The next two and a half weeks were hectic, but the material flowed in and was passed through to Peter Bass, after editing by me. The cost estimates started to come together as well, as the designers settled on their preferred plans. I delivered the twelve sets of tender documents to Mercury House before the deadline of noon on 9 September, 1965. After Cable & Wireless’ scrutiny of the bids, including clarification meetings, on 11 October we received the momentous news that Marconi’s had won the contract. At his own personal expense, Dr Straker held a ‘thank you’ lunch at Marconi College, and invited everyone who had contributed to the successful bid, including Peter Bass who had printed the entire document.




Apollo Satellite Tracker completed                            Apollo at Rivenhall



The Final Consequence

As part of the major re-organisation of the Company’s management structure, the formation of Space Communications Division was announced, as it happened, on the day following the winning of the Apollo contract. Thus a new chapter was started in the history of the Company, the story is carried forward in the "Marconi in Communications" wiki, and we became the most successful Company in Europe in building Global Communication Earth Stations around The World.


Out of interest triggered by the Apollo anniversary here are some relevant links from The National Aeronautics and Space Administration (NASA):





Catalogue entry

Also in 1965, Britain's first overseas civil satellite communication system was required, and Cable and Wireless, Ltd, responsible for providing and operating it, placed with Space Communications Division the contract to design, build and install the system.Through a synchronous satellite 22,300 miles over the west coast of Africa, this station on Ascension Island provides key communication facilities with the Goddard Space Flight Centre in Maryland, via the Andover, Maine, earth station and is playing a vital role in America’s ‘man-on-the-moon’ project, Apollo. The Ascension Island station, which was cited in the Queen's Award to Industry for outstanding achievement in technological innovation, was fully operational in less than a year from the date the order was received.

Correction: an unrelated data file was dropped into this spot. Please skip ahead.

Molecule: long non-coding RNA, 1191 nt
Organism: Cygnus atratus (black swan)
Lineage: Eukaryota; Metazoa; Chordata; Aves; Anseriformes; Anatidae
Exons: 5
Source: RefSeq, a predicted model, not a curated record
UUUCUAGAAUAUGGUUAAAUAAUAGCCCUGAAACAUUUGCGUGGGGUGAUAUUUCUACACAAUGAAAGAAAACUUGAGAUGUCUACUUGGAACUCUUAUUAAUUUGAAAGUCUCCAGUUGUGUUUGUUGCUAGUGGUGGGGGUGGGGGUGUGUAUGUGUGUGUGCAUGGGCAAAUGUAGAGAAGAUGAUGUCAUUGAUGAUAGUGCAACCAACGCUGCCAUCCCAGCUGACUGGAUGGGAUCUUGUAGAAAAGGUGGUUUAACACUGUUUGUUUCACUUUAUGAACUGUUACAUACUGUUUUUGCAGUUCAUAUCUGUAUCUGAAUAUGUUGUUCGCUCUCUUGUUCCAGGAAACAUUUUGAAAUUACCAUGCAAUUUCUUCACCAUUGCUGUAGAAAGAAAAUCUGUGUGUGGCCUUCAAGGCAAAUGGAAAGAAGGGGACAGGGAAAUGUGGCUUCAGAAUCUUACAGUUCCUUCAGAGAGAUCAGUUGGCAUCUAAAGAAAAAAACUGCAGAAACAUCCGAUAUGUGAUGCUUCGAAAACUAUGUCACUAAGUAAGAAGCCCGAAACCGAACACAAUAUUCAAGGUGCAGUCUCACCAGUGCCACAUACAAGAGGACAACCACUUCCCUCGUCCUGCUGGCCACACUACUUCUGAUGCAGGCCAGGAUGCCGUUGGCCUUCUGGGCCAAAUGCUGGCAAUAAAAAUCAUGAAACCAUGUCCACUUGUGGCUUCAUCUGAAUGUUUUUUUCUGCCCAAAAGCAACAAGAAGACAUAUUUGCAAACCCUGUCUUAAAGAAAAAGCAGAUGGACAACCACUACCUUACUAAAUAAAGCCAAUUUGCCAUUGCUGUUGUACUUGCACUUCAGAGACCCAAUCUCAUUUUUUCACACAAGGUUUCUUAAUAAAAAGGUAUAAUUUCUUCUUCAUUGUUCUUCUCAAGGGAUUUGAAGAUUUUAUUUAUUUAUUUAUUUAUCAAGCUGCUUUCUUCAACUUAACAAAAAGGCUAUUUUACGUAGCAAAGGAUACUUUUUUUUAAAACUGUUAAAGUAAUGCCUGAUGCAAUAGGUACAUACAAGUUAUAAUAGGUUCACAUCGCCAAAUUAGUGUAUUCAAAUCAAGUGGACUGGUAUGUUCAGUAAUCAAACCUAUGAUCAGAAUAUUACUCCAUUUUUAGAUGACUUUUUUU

There was also the provision by Comms Division of HF transmitting and receiving equipment, including antennae, to the Bermuda station.


Apollo Specific Page



Following various changes in the Space activities there were numerous changes of name eventually beyond the Marconi orbit, viz: Marconi Space Systems; Marta Marconi Space; BAe Marconi Space; EADS U.K.; Astrium U.K.; Airbus U.K.


Fiftieth Anniversary July 2019

Preparations are being made to mark this event and it was on the cards that as the supplier of an essential component of the support systems we would be involved. Subsequently the UK Space Agency decided to publish a list of Fifty Memories contributed by people in the UK, and this includes one submitted by John Brown, the author of the article above, which is now available for download here.


New installations for the 21st century

A colleague who originally worked in the Marconi Research Laboratories and is now with BAE Systems Applied Intelligence, who took over the Baddow establishment, informed us that he is currently the lead engineer on a project being carried out by BAE Systems to refurbish an antenna at Goonhilly which will be used to support future lunar missions, 50 years after the Apollo 11 landing. Details of the work are this article <https://www.theengineer.co.uk/goonhilly-earth-station-bae-systems/> and in this article in Astronomy Now. There is also a write-up on the Goonhilly website here.


There is continuing activity on space-related topics on the BAE websiteand there is also the work of Teledyne e2v (formerly EEV).


It is pleasing that, 50 years after the original Ascension station played an important role in the Apollo landings, Chelmsford-based companies are involved in a new venture which should do the same in the coming decade.


Also the UK Space Agency has a website.